Oysters distributed to 10 states recalled over salmonella, E. coli concerns

FILE - Oysters are pictured on Oct. 14, 2023, in New York City. (Photo by Jemal Countess/Getty Images for NYCWFF)

The U.S. Food and Drug Administration recently announced a major oyster recall over the potential for salmonella and E. coli contamination.  

The voluntary recall involves certain oysters from Future Seafoods, Inc., based in Bedeque, Prince Edward Island, Canada. The oysters are from the harvest area "PE9B" and harvested on Oct. 10, the FDA said in a notice posted on Thursday

The recalled oysters were distributed between Oct. 10 and Oct. 16 to restaurants and retailers in Florida, Maine, Massachusetts, Maryland, New York, Ohio, Pennsylvania, Rhode Island, South Carolina, and Virginia, the agency said.

Specifically, the FDA said restaurants and food retailers in Florida, Massachusetts, Maryland , Maine, Pennsylvania, and Virginia have recently purchased oysters harvested from Future Seafoods, Inc. 

Consumers have also recently purchased oysters from Future Seafoods, Inc. in Florida, Massachusetts, Maryland, Maine, Pennsylvania, and Virginia, the agency said.

"Additional distribution may have occurred, and the FDA continues to monitor the effectiveness of this recall," the notice states.

The issue first came to light when the Canadian Food Inspection Agency (CFIA) tested oysters on Oct. 10 and discovered "the presence of Salmonella and unacceptable levels of generic E. coli," according to the FDA.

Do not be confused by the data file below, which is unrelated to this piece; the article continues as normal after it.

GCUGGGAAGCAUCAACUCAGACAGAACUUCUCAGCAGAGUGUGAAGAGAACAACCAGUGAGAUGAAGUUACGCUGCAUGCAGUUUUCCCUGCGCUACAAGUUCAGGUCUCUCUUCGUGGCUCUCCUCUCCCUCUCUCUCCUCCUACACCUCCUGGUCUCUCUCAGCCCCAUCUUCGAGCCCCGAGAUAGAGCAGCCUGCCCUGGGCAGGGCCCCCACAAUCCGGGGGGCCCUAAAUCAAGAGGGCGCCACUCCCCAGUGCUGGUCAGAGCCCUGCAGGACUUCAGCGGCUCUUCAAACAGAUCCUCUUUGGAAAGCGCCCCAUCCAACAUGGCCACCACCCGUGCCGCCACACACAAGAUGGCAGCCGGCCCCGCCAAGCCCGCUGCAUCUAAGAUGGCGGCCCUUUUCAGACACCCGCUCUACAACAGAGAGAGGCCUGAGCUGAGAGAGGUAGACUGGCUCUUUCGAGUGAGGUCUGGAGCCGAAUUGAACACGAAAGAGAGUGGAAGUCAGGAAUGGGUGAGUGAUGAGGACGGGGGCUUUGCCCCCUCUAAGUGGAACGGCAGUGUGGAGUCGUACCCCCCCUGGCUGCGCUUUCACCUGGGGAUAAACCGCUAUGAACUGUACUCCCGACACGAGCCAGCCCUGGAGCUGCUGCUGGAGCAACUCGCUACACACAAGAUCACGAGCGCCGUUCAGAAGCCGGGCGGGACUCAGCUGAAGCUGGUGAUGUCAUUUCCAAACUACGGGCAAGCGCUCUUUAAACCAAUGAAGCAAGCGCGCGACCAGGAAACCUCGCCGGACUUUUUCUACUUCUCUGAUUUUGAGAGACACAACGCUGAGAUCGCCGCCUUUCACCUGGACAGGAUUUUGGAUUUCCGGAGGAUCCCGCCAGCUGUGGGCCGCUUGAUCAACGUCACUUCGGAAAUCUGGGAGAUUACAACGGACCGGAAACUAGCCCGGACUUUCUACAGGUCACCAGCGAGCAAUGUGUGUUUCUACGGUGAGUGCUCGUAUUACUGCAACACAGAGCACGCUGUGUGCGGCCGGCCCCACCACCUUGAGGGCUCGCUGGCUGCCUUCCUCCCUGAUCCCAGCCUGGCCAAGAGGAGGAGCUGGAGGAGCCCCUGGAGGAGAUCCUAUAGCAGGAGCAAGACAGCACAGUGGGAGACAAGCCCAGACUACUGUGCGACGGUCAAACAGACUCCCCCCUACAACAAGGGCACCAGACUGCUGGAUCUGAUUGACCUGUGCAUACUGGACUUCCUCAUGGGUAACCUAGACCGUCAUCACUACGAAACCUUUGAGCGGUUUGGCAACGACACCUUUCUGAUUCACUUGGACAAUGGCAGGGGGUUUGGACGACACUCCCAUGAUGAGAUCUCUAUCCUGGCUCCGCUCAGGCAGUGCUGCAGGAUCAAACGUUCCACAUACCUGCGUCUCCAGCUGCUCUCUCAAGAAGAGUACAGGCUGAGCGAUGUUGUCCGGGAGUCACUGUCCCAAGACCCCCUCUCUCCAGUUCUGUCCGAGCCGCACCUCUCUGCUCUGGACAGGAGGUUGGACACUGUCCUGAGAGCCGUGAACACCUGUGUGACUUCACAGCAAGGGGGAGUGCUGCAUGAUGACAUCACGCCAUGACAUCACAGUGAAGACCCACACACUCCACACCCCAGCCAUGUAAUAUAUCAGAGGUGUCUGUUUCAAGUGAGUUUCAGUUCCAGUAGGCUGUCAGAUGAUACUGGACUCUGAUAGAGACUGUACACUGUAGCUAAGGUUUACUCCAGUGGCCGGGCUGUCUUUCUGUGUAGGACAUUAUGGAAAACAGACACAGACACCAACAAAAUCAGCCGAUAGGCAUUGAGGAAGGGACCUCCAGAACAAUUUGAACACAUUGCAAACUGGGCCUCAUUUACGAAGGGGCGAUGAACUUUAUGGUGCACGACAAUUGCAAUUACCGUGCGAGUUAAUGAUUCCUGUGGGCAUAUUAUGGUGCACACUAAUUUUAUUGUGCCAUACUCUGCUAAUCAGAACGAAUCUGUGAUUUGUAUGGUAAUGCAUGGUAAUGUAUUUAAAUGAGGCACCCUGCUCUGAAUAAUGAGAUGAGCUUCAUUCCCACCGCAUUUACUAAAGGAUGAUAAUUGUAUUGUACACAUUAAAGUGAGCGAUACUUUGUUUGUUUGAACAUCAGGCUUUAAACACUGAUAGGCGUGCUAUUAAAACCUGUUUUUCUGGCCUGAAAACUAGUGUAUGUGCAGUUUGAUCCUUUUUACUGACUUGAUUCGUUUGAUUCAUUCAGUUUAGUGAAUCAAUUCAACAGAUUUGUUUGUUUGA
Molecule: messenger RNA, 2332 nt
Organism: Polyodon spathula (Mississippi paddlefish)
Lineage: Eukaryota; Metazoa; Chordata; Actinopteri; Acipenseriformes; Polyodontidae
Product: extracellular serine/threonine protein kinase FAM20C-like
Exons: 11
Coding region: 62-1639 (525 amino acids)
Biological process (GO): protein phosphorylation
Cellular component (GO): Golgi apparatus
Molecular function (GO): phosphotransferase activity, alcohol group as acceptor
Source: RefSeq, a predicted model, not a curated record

Contaminated oysters can cause illness if eaten raw, particularly in people with compromised immune systems. Food contaminated with Salmonella and E. coli may also look, smell, and taste normal, the FDA said.

"The FDA is awaiting further information on distribution of the oysters harvested and will continue to monitor the investigation and provide assistance to state authorities as needed," the agency said. 

Salmonella poisoning can cause serious illness, especially in children younger than 5, elderly people and those with weakened immune systems. Symptoms of infection usually occur within 12 hours to three days after eating contaminated food and include diarrhea, fever and abdominal cramps.

E. coli bacteria, meanwhile, live in the guts of humans and animals and are mostly harmless, the FDA said. But some strains produce dangerous toxins that can lead to serious illness and even death in humans. Common sources of E. coli outbreaks include ground beef and leafy greens.

Symptoms of E. coli food poisoning include a fever higher than 102 degrees Fahrenheit, diarrhea for more than three days, severe vomiting, dehydration and dizziness.

This story was reported from Cincinnati.